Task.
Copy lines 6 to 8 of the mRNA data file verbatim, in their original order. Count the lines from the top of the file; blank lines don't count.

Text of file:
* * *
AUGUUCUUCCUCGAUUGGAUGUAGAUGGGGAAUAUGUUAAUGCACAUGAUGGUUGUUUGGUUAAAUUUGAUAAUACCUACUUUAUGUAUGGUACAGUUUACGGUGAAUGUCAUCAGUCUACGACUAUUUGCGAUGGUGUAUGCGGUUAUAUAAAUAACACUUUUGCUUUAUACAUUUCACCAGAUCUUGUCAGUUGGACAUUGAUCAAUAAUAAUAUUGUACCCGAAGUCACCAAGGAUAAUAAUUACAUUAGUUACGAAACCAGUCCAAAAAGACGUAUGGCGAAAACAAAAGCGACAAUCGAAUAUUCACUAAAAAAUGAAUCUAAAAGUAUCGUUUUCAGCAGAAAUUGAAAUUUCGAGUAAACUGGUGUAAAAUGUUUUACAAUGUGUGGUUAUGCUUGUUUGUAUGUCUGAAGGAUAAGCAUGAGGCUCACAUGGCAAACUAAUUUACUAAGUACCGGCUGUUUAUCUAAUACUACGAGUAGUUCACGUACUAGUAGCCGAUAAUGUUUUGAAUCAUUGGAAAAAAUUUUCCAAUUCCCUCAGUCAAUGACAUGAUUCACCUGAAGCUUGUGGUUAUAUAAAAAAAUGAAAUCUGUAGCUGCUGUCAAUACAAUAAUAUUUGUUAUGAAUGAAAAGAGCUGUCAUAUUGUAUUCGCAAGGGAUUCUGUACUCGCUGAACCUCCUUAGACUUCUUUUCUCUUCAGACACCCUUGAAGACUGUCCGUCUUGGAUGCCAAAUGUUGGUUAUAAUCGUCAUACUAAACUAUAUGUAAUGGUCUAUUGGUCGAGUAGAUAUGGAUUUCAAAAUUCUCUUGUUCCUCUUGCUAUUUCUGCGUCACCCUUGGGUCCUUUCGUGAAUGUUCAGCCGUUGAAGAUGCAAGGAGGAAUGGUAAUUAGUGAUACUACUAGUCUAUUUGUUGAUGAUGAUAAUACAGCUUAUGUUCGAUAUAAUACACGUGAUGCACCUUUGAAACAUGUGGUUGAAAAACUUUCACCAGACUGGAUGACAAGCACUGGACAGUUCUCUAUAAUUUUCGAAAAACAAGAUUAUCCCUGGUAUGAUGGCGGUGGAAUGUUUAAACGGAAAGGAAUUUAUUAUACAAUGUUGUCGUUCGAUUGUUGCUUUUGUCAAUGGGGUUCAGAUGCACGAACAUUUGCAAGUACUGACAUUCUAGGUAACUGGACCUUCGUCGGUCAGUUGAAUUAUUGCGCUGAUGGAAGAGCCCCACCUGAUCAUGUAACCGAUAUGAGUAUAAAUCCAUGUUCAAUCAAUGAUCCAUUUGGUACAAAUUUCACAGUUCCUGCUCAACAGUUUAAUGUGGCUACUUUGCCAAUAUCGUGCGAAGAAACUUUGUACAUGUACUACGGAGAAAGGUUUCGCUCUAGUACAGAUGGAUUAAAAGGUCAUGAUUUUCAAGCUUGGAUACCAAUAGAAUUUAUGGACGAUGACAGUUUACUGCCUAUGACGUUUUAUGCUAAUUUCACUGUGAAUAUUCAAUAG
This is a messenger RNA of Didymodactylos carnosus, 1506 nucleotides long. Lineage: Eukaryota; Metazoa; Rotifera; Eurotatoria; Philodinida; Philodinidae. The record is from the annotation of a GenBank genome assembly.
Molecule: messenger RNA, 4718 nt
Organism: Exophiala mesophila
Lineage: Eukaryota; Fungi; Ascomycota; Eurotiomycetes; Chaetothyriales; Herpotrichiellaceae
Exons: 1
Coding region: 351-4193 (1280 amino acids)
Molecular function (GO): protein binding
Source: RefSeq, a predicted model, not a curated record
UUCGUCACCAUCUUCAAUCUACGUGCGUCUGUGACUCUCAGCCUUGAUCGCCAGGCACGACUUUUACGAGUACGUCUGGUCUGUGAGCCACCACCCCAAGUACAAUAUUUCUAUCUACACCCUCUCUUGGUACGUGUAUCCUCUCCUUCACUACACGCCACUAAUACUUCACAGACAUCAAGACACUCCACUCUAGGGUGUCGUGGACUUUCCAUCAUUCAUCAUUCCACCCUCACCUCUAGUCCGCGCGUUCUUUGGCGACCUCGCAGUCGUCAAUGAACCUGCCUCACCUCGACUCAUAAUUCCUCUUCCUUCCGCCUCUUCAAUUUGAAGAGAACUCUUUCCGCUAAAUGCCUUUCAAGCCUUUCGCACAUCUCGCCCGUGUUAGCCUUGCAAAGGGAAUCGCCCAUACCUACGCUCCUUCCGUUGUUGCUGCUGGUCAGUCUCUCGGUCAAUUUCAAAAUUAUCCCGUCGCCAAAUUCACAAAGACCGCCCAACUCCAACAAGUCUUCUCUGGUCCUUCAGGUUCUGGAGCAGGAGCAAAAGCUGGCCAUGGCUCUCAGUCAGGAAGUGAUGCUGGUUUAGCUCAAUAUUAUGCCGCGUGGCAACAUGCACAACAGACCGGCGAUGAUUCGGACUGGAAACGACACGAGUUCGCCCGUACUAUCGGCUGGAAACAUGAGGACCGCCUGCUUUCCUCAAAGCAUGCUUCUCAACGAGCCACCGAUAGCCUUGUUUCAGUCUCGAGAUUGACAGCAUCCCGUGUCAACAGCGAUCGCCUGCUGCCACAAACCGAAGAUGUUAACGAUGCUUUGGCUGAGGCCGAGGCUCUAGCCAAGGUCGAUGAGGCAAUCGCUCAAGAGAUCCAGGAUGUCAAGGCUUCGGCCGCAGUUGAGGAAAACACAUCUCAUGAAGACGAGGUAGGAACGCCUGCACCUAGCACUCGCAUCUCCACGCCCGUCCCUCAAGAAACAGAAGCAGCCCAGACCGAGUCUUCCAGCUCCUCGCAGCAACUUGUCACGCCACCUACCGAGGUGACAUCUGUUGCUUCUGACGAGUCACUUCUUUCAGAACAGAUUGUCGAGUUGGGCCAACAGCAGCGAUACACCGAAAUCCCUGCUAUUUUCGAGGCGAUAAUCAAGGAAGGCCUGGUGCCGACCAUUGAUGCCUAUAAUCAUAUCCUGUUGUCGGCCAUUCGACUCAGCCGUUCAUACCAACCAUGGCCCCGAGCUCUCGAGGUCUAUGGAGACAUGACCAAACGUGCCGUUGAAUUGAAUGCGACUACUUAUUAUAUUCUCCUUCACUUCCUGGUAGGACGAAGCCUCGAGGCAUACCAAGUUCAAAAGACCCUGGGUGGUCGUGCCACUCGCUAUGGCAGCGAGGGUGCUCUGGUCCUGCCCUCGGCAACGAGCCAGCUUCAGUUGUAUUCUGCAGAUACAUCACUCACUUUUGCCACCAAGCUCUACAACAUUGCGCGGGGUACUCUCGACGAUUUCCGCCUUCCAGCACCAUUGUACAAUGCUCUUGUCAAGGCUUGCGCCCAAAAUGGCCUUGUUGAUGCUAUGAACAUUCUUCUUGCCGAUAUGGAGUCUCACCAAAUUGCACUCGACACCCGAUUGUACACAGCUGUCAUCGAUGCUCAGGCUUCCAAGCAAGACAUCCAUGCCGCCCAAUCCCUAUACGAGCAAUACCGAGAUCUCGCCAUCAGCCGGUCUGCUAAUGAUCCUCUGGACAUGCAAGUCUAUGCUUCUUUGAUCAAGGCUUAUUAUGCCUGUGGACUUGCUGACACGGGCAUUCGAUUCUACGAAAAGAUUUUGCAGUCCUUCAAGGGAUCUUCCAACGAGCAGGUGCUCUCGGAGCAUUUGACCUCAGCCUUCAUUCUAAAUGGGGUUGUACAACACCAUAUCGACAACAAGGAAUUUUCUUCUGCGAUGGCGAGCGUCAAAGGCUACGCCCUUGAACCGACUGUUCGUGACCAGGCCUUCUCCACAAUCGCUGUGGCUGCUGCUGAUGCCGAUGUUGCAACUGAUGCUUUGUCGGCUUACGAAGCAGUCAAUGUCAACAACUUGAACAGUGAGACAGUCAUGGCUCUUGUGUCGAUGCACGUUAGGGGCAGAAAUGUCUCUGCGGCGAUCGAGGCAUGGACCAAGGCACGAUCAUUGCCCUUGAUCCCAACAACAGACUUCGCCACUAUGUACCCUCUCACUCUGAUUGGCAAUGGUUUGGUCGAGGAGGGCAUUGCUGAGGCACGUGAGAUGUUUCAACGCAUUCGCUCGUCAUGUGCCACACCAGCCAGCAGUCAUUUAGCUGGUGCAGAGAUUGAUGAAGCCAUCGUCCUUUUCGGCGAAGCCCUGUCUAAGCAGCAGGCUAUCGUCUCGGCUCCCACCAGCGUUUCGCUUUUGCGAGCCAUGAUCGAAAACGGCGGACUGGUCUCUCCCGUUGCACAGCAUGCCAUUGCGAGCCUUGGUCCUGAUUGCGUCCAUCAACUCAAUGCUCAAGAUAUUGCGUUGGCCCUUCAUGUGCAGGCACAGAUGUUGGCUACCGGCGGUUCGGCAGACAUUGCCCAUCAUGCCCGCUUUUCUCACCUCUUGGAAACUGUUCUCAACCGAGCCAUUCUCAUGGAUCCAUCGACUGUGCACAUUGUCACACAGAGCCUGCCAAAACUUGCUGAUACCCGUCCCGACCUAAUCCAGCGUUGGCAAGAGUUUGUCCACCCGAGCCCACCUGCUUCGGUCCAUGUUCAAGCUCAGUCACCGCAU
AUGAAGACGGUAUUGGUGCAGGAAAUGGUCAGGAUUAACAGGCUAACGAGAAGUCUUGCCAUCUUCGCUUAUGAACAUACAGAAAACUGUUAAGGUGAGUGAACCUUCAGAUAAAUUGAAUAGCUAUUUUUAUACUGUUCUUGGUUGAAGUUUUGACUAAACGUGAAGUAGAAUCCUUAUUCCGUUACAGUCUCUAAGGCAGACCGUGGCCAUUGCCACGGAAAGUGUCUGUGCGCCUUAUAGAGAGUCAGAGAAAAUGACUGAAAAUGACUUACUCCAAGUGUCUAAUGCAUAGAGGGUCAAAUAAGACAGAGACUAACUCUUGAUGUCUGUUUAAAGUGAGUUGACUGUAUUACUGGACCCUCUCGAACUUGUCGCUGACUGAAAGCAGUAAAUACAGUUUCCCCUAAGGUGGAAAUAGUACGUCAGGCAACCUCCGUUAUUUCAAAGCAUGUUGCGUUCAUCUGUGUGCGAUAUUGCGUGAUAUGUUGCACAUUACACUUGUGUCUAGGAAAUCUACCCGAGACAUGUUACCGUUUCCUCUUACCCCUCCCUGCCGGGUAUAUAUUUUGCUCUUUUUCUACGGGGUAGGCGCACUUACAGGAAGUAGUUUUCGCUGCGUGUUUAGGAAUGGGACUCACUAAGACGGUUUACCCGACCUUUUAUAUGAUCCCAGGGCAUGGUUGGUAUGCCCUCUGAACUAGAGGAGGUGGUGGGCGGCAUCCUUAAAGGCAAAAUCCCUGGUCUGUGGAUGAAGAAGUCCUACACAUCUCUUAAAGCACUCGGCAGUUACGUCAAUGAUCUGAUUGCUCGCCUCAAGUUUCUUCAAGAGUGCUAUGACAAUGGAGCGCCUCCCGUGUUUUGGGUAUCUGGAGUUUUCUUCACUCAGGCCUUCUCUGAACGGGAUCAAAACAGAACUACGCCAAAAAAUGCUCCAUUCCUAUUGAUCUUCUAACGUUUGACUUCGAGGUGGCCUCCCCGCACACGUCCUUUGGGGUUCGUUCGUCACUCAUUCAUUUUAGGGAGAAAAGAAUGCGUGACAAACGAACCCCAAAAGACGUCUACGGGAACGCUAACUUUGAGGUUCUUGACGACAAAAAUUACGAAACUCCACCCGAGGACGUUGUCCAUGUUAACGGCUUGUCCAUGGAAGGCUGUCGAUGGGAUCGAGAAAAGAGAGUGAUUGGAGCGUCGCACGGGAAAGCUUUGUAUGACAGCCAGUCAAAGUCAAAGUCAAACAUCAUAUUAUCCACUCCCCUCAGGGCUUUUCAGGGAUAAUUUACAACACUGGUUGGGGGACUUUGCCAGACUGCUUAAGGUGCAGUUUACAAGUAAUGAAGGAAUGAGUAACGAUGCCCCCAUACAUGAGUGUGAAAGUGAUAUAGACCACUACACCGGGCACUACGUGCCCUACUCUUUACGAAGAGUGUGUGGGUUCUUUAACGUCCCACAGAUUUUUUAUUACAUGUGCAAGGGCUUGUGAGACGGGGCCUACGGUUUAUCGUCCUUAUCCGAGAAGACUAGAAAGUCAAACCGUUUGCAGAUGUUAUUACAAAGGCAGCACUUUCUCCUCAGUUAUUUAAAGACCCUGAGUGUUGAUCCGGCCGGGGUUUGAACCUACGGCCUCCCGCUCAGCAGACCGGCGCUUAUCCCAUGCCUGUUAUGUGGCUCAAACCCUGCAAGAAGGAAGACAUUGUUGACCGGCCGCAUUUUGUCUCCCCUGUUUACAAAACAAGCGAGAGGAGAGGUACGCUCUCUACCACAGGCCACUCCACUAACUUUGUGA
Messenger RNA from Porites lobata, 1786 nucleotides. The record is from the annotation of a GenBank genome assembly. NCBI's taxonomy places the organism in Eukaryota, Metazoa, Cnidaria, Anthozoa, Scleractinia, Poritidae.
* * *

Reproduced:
Exons: 1
Coding region: 351-4193 (1280 amino acids)
Molecular function (GO): protein binding